Furthermore, Plaintiff fails to establish that the harassment she claims she suffered was sufficiently pervasive or severe to create a hostile work environment. According to Harris v. Forklift Systems, Inc., 510 U.S. 17, 114 S.Ct. 367, 126 L.Ed.2d 295 (1993), the determination of the sufficiency of an environment's hostility or abusiveness should be made by considering the totality of the circumstances, including the "frequency of the discriminatory conduct; its severity; whether it is physically threatening or humiliating, or a mere offensive utterance; and whether it unreasonably interferes with an employee's work performance." Id., at 23, 114 S.Ct. 367. In response to Defendant's argument, Plaintiff states that "[t]his treatment was severe in that she was placed illegally on administrative leave and ultimately terminated.... The totality of the scenario of the mistreatment that she suffered at the hands of the supervisors of the agency clearly shows that the discriminatory conduct was pervasive and severe." Paper 13, at 7. Again, Plaintiffs opposition fails to identify specific facts or evidence in support of this claim. Even referring to the series of events and complaints that the SBCR Letter defines as comprising Plaintiffs hostile work environment claim and the lengthy narrative contained in Plaintiffs affidavit,6 Plaintiff has not managed to establish that the treatment she suffered was sufficiently pervasive or severe to alter the conditions of employment and to create a hostile work environment. Plaintiffs claims describe treatment that was often disrespectful, frustrating, critical, and unpleasant. The evidence, however, even drawing the inferences therefrom in the light most favorable to Plaintiff, does not establish treatment that is physically threatening or humiliating, or otherwise sufficiently severe to create a hostile work environment prohibited under Title VII. Plaintiff describes one particular encounter with Mulley where Mulley yelled at Plaintiff, told her she was incompetent, pushed her down in her chair, and blocked the door to prevent Plaintiff from leaving while he continued to yell at her. Paper 13, Plaintiffs Affidavit, at 9. This incident is the most obviously severe—in terms of hostility and physicality—of the ones Plaintiff describes, nevertheless, it occurred only once and does not therefore establish sufficiently frequent—i.e., pervasive—hostile treatment. As the Fourth Circuit has pointed out, "Title VII is not a federal guarantee of refinement and sophistication in the workplace—in this context, it prohibits only harassing behavior that is so severe or pervasive as to render the workplace objectively hostile or abusive." Hartsell v. Duplex Products, Inc., 123 F.3d 766, 772 (4th Cir.1997). Defendant's motion for summary judgment on Plaintiffs hostile work environment claim will therefore be granted.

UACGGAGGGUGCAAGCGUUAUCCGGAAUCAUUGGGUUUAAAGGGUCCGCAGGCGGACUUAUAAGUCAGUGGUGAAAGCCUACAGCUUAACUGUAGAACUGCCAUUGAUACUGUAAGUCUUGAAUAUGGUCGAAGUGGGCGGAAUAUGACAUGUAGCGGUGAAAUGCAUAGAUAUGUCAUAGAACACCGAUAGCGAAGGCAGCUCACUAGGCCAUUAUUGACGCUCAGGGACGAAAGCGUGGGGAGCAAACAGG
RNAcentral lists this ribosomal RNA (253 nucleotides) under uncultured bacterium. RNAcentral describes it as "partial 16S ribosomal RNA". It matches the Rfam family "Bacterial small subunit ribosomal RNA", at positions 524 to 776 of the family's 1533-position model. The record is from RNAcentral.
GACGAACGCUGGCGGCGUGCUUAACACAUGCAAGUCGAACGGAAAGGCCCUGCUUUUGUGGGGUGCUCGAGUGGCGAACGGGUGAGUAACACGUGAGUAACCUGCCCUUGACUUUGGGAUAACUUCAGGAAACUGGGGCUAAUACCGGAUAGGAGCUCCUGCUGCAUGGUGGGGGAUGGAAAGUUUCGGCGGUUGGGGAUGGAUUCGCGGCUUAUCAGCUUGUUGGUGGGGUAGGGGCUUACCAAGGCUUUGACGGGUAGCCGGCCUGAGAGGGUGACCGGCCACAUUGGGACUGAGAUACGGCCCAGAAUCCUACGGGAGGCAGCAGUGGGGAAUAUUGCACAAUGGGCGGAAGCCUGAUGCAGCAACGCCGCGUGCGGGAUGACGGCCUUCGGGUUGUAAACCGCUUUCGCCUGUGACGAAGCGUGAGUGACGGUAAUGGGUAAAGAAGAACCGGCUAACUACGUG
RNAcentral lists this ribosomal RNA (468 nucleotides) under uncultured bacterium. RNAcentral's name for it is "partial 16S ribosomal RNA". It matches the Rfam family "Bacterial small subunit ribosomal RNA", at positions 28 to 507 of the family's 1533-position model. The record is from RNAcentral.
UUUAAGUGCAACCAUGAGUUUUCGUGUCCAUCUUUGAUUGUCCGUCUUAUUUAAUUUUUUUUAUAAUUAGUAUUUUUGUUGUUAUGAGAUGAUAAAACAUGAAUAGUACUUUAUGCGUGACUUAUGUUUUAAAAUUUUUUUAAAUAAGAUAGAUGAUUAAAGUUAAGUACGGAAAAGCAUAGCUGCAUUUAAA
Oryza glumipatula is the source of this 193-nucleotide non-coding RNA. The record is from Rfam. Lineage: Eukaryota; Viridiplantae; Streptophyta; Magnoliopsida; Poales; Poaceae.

3. Retaliation Claim

Defendant acknowledges that Plaintiff did properly exhaust her administrative remedies with respect to her retaliation claim. Defendant moves for summary judgment on Plaintiffs retaliation claim, however, arguing that the NRC had "indisputable legitimate non-discriminatory reasons for its actions, which have not been challenged." In order to survive summary judgment, Plaintiff must establish a prima facie case of retaliatory discharge. Plaintiff must offer evidence from which a reasonable jury could find that (1) she engaged in protected activity; (2) her employer took adverse employment action against her; and (3) a causal connection existed between the protected activity and the adverse action. See Hopkins v. Baltimore Gas & Electric Co., 77 F.3d 745, 754 (4th Cir.), cert, denied 519 U.S. 818, 117 S.Ct. 70, 136 L.Ed.2d 30 (1996). Once Plaintiff establishes her prima facie case of retaliation, the burden shifts to Defendant to offer evidence of a legitimate, nondiscriminatory reason for the adverse employment action, see Williams v. Cerberonics, Inc., 871 F.2d 452, 457 (4th Cir.1989), after which the burden shifts back to Plaintiff to produce evidence that Defendant's proffered reason was a pretext for intentional discrimination. Anderson v. G.D.C., Inc., 281 F.3d 452, 458 (4th Cir. 2002).

Defendant argues that, even if Plaintiff has established a prima facie case of retaliatory discharge, Defendant has identified and produced evidence that the NRC had legitimate, non-discriminatory reasons for terminating Plaintiff—i.e., Plaintiff was terminated for making false statements, failing to follow supervisory instructions, and improperly accessing sensitive information. The MSPB found in favor of Defendant on these counts. Paper 7, Ex. 10.